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Apple is a predominant crop of Himachal Pradesh. It alone accounts for 46% of total area under fruit crops and 76% of the total fruit productions. The crop alone contributes more than 987 crore towards the gross domestic product. Apple develop their vegetative and fruiting buds in the summer and as winter approaches;the already developed buds go dormant in response to both shorter day lengths and cooler temperatures.

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If the buds do not receive sufficient chilling temperatures during winter to completely release Dormancy ,trees will develop one or more of the following physiological symptoms: delayed foliation reduced fruit set and increased buttoning reduced fruit quality.

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The production of apple has gradually increased but the productivity has fallen from 10.8 to 5.8t/ha. Among all the productivity reducing factors,climate is difficult to manage. The changes in climate in the form of erratic precipitation increasing temperature Lesser days serving as the chilling period

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Kullu valley Rabi season Increase by 1.1 O C Kharif season Decrease by 0.9 O C Rainfall Decrease by 14.5mm

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Theog region Rabi season Increase by 2.4 O C Kharif season Increase by 1.2 O C Rainfall Decrease by 5.1mm

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Lahaul and spitti region Annual mean temperature below 14 O C

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A tea farm that has been founded maybe one hundred years ago is now facing deep trouble. Farms have been using lot of money into investments that boost the tea production and into land purchases. Now these traditional tea farms find that their location is not so ideal anymore. WHAT THE GLOBAL WARMING MEANS TO A TEA FARM?

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The quantitiy of the harvested tea has dropped slightly because the changed weather but this is not a catastrophical change because the drop in production is usually compensated by the increase in the prices. The world has learned to drink tea in huge mugs and that has meant increased consumption. This is the reason why the low production quantity is not so pressing issue for a tea grower. THE QUANTITY OF THE TEA CROP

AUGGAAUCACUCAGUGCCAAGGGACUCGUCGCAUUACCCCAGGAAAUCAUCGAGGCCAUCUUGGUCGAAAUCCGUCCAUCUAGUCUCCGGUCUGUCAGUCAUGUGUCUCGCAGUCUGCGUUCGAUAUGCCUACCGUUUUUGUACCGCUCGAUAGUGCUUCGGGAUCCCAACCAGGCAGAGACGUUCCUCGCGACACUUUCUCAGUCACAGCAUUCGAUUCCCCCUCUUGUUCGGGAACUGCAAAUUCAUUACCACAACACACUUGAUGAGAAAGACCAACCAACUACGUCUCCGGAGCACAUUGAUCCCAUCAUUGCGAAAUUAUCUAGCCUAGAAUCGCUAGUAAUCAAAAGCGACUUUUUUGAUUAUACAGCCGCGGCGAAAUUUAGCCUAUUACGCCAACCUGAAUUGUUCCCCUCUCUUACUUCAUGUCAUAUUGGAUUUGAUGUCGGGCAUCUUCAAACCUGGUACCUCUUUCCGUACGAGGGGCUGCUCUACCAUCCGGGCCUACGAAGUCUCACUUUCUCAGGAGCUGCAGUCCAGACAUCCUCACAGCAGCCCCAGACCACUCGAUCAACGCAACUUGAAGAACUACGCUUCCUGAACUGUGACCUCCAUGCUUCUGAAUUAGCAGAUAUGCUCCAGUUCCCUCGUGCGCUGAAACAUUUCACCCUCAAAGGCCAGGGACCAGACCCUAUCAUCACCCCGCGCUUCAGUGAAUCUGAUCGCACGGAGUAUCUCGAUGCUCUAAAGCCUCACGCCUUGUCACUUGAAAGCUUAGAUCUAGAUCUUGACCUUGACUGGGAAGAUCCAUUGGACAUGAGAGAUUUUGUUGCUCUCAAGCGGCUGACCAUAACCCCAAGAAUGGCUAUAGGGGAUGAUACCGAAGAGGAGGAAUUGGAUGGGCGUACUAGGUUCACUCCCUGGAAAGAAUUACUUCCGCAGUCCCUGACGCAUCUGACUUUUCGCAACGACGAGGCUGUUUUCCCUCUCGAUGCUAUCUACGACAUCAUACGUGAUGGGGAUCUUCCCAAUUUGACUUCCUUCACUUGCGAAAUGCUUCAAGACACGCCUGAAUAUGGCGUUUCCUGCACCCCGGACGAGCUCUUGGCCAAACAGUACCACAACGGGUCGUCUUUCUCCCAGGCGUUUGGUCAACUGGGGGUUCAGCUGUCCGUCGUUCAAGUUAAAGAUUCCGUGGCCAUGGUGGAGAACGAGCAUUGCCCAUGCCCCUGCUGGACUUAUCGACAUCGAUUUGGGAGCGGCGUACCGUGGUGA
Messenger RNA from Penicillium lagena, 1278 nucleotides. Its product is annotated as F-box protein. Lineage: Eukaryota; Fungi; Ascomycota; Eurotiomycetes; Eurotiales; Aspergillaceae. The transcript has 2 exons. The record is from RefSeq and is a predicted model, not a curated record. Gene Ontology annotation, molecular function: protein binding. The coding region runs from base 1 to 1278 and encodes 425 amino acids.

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Here comes the trouble. Tea enthusiasts around the world have come to value specific tastes and tea blends and to get those special aroma one needs standard quality teas. Standard quality tea can only be grown in steady conditions which are now greatly affected by changing weather patterns stirred by the global warming phenomenon. THE QUALITY OF THE TEA CROP

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India produces nearly one third of the world's tea. The rolling Himalayan hills in India's northeastern state, Assam , are carpeted with lush tea bushes whose leaves produce some of the world's finest teas.

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Rising temperatures may be affecting the tea plantations, resulting in declining productivity of the brew to which millions of people across the world wake up. “It has been observed that minimum temperature has rise by two degrees centigrade and there is a reduction in the rainfall in the last 90 years by around 200 millimeters . And this is very important, very significant from the point of tea as a plantation crop“.

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Erratic rainfall patterns are of particular concern to planters because the tea plant is largely dependent on the weather. They point out that last year there were fewer days with sunshine, resulting in humid conditions which are unfavorable for the growth of the tea plant.

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The industry has been looking at irrigation as an option, but tea plantations are huge, irrigating 100 percent is a very expensive proposition..

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REFERENCES Abstracts of the 1st National Conference Session IV: Climate impact on plantation crops. Effects of climate change on global food production under SRES emissions and socio-economic scenarios IMPACT OF CLIMATE CHANGE ON SHIFT OF APPLE BELT IN HIMACHAL PRADESH E-Book Climate Change and Coffee Production: Vulnerability and possible adaptation Eduardo Delgado Assad Embrapa - Brazil